In the late stages of pregnancy, women anxious for the birth of
their child often hear the advice, “The baby will come when he’s ready.”
Especially when the due date has come and gone, expectant mothers usually would
prefer to hear, “The baby’s ready now!” But no mother ever wants to hear the
message Hosea delivered to Israel.
Israel was like a baby that
didn’t have the sense to be born (v. 13). The pain they suffered as a nation
should have led them to an obvious conclusion: return to God! Nothing should
have come more instinctively, but Israel had reached the pinnacle of
Verse 14 marks another translation difficulty, and the
possible options are direct opposites. If you’re reading the NIV, it will appear
that God was promising Israel deliverance from the grave in an apparent
reference to the resurrection (“I will ransom them”). A look at the NASB would
indicate that God was promising death through a series of rhetorical questions
(“Shall I ransom them?”) that ultimately had the last phrase as their answer:
“Compassion will be hidden from My sight.” The New Living Translation takes it
one step further, interpreting the questions to death and the grave as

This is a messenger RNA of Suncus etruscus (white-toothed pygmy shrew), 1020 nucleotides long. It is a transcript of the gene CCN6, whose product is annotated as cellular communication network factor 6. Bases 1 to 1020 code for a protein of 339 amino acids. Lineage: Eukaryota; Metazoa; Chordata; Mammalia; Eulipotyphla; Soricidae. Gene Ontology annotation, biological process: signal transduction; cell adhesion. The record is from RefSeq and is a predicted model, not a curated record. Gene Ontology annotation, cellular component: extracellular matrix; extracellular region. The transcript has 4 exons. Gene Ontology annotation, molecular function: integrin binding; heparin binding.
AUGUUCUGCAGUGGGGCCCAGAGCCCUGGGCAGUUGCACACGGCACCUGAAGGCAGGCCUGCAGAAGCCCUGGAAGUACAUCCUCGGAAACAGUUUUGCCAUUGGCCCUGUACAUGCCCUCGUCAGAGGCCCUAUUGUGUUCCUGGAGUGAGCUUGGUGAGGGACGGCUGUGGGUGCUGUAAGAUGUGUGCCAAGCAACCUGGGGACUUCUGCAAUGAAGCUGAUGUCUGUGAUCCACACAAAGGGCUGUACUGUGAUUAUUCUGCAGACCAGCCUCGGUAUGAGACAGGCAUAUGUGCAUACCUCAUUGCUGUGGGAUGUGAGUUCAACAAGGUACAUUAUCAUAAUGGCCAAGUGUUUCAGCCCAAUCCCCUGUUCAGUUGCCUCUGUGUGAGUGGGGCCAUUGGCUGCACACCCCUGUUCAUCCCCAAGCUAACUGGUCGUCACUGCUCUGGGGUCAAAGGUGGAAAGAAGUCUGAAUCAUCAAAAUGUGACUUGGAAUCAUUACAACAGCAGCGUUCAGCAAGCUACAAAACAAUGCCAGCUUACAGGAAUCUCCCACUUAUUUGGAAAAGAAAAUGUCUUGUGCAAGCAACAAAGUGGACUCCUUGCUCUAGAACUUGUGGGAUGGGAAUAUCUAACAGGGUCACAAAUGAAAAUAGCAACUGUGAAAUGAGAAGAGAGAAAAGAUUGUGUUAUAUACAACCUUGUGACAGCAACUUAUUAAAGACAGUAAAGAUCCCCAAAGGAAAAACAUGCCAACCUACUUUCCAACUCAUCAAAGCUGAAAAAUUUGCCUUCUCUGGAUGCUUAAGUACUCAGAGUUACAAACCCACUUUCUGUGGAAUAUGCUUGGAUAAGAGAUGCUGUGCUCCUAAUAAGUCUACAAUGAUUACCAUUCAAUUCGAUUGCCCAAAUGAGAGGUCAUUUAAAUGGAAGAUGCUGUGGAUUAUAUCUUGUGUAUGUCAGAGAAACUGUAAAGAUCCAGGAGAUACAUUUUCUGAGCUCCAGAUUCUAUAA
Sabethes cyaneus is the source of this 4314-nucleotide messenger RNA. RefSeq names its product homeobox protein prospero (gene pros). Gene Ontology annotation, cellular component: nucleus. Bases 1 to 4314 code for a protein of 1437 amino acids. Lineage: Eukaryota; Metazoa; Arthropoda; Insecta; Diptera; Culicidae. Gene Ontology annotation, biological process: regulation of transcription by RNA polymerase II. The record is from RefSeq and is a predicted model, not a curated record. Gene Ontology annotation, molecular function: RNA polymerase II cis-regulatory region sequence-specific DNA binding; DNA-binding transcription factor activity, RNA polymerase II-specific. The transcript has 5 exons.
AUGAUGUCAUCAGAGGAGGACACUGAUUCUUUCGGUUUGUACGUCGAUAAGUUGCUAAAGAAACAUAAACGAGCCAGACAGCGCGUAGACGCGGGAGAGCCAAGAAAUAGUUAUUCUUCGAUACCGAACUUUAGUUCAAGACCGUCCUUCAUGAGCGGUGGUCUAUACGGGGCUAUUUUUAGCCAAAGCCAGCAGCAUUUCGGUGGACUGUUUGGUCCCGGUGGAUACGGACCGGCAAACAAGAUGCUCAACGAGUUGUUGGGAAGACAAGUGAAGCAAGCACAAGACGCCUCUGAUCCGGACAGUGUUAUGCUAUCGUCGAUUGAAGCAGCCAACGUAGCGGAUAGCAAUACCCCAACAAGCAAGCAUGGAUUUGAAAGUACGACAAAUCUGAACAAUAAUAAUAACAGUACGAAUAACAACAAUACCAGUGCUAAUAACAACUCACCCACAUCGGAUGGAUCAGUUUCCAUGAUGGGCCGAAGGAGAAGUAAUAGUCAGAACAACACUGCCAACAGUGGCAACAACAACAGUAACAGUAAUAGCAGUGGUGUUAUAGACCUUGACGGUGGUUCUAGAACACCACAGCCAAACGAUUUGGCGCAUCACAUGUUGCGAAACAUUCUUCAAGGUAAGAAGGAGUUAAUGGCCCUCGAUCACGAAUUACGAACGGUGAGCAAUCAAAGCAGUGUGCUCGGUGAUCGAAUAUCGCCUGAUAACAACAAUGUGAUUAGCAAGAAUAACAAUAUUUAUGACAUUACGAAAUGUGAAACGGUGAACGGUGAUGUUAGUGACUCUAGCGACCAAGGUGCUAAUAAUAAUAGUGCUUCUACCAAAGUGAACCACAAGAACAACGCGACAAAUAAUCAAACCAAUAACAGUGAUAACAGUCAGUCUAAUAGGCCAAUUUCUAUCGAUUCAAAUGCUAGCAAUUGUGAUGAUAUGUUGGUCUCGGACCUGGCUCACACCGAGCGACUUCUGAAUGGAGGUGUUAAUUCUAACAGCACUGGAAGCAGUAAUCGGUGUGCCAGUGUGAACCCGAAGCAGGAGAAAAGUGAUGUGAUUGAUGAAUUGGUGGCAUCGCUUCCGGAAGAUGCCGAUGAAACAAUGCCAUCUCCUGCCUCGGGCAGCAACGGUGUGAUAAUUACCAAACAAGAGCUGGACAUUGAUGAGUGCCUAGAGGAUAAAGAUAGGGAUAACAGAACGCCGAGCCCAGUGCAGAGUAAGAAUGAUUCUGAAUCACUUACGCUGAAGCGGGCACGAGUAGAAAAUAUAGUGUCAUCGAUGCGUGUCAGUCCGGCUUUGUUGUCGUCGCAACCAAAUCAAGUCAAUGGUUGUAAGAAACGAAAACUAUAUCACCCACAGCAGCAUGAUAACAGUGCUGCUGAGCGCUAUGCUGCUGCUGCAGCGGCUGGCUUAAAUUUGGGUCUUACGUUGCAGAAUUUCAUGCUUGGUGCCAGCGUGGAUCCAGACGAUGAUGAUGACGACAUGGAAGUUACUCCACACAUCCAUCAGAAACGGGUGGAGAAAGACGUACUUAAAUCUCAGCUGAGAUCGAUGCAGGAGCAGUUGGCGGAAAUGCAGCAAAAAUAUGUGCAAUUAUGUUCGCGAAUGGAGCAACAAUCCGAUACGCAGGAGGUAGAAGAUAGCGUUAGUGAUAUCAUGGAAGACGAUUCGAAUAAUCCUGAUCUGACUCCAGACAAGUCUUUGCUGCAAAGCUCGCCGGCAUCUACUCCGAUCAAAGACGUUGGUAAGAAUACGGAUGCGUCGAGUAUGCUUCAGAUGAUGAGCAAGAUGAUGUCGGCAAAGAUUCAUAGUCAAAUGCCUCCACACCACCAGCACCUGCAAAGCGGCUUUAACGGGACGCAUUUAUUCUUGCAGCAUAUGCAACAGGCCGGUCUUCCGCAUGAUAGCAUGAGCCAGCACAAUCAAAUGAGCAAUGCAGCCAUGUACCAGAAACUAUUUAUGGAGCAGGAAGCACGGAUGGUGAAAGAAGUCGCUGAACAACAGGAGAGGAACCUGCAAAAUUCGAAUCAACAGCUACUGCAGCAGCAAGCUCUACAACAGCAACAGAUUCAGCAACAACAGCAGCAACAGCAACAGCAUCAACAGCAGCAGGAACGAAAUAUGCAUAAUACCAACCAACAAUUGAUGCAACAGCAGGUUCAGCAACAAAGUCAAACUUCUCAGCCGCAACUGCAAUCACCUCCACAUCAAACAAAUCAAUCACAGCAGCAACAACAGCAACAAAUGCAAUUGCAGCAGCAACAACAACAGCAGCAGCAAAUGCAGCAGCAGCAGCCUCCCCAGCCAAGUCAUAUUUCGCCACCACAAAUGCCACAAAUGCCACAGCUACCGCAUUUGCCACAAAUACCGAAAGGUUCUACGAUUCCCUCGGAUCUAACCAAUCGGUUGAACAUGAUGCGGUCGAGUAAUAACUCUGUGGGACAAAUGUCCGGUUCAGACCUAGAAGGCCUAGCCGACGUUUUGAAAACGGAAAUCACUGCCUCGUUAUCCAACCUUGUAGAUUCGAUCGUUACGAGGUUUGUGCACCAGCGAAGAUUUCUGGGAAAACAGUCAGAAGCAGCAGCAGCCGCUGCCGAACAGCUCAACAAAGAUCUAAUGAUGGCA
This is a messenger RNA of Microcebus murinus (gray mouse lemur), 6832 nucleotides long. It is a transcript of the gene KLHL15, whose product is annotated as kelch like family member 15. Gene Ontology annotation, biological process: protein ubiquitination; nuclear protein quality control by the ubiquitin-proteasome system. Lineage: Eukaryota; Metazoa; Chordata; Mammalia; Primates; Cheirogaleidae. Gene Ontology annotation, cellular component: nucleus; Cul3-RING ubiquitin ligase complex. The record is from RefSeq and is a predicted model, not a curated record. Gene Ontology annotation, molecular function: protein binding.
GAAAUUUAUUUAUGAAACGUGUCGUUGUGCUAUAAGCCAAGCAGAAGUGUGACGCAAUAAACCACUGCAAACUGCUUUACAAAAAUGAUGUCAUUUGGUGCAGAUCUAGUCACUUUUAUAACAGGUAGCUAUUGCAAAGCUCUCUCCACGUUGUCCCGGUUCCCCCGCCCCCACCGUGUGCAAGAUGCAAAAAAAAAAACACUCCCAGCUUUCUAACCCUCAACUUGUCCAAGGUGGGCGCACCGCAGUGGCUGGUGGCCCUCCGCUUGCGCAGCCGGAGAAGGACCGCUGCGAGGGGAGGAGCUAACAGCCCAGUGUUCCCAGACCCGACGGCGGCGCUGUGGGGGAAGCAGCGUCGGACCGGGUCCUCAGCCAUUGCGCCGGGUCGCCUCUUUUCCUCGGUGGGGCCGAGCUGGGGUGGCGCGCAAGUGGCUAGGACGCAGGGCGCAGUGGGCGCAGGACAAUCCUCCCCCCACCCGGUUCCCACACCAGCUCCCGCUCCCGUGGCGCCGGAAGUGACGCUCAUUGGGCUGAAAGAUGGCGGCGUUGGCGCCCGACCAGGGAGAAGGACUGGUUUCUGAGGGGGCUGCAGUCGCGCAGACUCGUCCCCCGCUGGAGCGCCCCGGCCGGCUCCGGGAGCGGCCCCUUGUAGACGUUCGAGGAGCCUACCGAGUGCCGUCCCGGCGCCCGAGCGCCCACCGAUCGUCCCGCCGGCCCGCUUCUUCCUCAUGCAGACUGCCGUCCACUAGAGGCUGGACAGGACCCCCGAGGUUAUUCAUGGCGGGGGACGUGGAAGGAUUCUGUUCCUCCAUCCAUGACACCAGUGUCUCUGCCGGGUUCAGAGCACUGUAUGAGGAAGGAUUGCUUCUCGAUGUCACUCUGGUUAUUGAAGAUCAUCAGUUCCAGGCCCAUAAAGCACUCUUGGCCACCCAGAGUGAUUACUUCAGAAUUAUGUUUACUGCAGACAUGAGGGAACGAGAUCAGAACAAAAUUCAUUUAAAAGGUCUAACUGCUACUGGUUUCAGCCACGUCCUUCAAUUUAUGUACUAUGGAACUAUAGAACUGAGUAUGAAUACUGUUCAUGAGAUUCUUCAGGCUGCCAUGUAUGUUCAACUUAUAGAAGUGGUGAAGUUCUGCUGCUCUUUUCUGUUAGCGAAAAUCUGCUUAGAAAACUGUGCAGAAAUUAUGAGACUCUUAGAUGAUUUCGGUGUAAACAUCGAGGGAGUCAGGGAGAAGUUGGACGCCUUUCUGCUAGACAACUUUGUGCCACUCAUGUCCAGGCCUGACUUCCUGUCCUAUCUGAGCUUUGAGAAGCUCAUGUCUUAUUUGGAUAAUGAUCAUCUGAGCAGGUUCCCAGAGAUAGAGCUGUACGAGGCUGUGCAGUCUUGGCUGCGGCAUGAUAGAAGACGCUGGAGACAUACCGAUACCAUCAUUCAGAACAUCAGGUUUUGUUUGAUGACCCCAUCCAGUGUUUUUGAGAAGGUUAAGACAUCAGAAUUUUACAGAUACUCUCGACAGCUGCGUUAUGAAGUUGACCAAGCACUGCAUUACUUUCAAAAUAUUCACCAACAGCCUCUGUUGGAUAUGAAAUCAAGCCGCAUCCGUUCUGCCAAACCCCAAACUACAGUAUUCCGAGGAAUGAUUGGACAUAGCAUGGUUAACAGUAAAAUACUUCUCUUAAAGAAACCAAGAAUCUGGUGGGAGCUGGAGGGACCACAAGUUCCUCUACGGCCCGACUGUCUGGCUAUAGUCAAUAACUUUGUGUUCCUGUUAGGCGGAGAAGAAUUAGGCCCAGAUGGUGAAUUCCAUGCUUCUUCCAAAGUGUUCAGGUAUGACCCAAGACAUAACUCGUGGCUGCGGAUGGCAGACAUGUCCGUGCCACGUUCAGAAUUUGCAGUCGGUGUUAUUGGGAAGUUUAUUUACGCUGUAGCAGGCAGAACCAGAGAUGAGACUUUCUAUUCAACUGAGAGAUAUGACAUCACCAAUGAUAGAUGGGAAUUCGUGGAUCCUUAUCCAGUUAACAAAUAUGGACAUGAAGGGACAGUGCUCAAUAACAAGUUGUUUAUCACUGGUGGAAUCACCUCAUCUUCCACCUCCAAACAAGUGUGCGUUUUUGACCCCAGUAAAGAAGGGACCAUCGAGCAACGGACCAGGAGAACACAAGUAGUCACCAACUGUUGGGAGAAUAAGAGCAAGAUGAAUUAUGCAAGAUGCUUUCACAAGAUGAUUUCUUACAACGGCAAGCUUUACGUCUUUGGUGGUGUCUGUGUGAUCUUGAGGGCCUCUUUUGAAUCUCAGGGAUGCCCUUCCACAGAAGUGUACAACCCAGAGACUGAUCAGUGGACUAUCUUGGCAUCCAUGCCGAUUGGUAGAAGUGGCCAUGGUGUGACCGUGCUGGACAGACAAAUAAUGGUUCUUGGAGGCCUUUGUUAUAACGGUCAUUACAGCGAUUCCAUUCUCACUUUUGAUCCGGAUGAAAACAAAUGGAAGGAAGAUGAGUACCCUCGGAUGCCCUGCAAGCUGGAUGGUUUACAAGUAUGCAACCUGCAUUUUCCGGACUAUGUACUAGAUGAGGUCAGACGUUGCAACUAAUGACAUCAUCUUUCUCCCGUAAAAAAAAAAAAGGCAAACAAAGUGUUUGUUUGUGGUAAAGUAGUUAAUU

invocations for them to come (“O death, bring on your terrors!). Given the
context of the verses that follow, the NASB and NLT versions are probably closer
to the original text. Culminating in verse 16, this is the most violent and
disturbing description of judgment in Hosea. God wasn’t sending a message of
hope here; He was issuing Israel’s death sentence.
So why the
confusion? Because both translations have merit in Scripture. Israel did suffer
death as a nation. Their later subservience to other nations is historical fact.
But that death was not final. The resurrection of Christ and the reunification
of Israel under His reign promise to bring new life to that which has died. In
Paul’s quotation of this verse, the answer to the rhetorical questions is
completely different (1 Cor. 15:55). The following verse states that the sting
of death is sin. Christ delivers us not only from destruction, but also from the
sin that brought it on.
Apply the Word
First Corinthians 15 is the definitive passage for
explaining the doctrine of the resurrection. Spend time reading that chapter and
then think and pray through its rich, deep truth. Consider especially how the
hope of the resurrection contrasts with the hopelessness of sin. Take note of
the admonition in verse 34. Even people in the church are susceptible to being
ensnared in sin and becoming ignorant about God. Avoid that trap by heeding
Paul’s command to devote yourself fully to the work of God.